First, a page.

Ashgate Hospicecare set to be transformed to give families more precious time together
Ashgate Hospicecare is to be transformed to allow families to sleep by their loved ones’ side.
The hospice plans to develop their three bedded bays into nine modern bedrooms giving patients a private space to be surrounded by family and friends.
Barbara-Anne Walker, chief executive of Ashgate Hospicecare, said: “We believe every person matters and they matter until the end of their life. The time that patients and their families spend with us will often be the most precious days and nights. We offer them outstanding nursing and medical care.
MORE NEWS: Find out who has recently appeared at court in Chesterfield“However, for many of the people who need to be on our Inpatient Unit, we are no longer able to offer them the privacy and dignity that they deserve and that we would all want for ourselves or for someone we love.”
Dr Sarah Parnacott, consultant in palliative medicine at the hospice, said: “When the hospice was first opened we had three bedded bays built which have not changed over the last 30 years. However, the needs of the patients that now come into the hospice have changed dramatically.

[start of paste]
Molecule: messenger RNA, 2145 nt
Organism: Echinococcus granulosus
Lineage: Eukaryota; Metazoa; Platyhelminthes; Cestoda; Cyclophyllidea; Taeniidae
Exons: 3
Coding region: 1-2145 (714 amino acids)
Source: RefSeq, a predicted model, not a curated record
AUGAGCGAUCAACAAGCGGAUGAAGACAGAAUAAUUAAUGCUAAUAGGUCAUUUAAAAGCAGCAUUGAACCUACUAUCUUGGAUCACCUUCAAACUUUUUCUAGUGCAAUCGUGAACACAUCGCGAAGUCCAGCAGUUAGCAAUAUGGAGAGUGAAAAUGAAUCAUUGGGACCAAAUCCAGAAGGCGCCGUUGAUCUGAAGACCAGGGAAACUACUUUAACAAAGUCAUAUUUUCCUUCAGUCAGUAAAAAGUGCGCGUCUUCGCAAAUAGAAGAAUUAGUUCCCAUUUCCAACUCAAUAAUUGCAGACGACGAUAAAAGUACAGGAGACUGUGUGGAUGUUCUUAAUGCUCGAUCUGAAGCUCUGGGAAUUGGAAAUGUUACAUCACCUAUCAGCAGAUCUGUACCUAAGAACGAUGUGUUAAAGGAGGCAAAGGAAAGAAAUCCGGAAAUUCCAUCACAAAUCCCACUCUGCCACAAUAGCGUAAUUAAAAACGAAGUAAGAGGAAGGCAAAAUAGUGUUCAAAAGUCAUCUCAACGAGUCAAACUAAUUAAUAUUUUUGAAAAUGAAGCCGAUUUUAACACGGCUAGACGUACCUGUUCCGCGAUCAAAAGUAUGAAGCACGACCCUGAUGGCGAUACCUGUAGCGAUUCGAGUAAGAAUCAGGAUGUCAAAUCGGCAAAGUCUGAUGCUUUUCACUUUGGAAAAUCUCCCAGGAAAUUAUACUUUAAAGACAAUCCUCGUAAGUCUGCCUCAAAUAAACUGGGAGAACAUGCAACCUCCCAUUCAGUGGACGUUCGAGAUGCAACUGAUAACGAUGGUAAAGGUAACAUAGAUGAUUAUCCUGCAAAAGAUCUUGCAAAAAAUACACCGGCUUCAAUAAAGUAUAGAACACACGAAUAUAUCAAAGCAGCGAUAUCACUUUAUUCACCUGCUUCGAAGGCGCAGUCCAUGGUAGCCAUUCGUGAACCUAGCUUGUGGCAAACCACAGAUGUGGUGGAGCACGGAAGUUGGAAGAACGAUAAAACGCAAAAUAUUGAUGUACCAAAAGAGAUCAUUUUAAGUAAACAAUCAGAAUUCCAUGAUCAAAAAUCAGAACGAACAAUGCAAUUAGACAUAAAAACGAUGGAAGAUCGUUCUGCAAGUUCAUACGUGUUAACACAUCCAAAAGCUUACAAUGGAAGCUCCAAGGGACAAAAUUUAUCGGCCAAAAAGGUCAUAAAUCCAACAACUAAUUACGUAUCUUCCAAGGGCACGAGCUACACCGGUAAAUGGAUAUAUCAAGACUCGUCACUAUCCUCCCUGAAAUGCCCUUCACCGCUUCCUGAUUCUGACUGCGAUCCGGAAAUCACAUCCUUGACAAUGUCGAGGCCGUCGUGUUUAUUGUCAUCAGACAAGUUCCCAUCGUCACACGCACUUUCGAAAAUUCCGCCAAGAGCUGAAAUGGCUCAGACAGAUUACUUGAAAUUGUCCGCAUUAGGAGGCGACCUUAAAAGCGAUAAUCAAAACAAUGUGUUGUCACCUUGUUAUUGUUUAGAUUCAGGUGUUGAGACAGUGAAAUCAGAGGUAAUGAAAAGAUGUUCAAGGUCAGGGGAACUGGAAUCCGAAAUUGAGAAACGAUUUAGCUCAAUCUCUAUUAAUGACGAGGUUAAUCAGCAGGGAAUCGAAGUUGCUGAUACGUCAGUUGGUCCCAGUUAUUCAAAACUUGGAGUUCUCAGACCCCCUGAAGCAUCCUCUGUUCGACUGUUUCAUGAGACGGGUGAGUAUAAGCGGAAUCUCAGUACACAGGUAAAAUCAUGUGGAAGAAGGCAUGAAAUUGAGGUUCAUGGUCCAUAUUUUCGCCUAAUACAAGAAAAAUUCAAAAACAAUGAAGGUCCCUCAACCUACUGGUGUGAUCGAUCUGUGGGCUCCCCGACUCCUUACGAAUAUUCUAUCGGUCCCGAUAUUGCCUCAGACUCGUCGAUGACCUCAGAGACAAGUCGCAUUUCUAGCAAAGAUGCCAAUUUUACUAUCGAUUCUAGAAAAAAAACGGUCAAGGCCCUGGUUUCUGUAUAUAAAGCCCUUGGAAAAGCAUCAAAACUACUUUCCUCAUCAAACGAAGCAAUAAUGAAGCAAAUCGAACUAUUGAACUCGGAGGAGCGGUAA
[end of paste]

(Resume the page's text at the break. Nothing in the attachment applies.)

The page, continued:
MORE NEWS: This is how many potholes Derbyshire County Council fixed last year “The biggest challenge that the three bays create for our patients is the lack of privacy. There are three bed spaces very close to each other, only separated by a flimsy curtain.
“Whenever possible, we do try and move a patient who is nearing the end of their life into a single bedroom to afford them greater privacy and dignity, but that’s not always possible. When a patient is dying in one of the bays it can be very distressing for other patients sharing the bay and their families.
“Turning the bays into these beautiful single bedrooms will give our patients and their families a spacious, private and dignified environment and give the other doctors, our nursing staff and me the power to care for more people.”
And Ali Ward-Foster, partnerships manager at the hospice, said: “Since we opened our doors 30 years ago we have always prioritised our spending on the front line services that enable us to care for patients and their families. We rely on donations and gifts in Wills for over 70 per cent of our funding. We hope local businesses and people will support the hospice with an additional donation for this project.”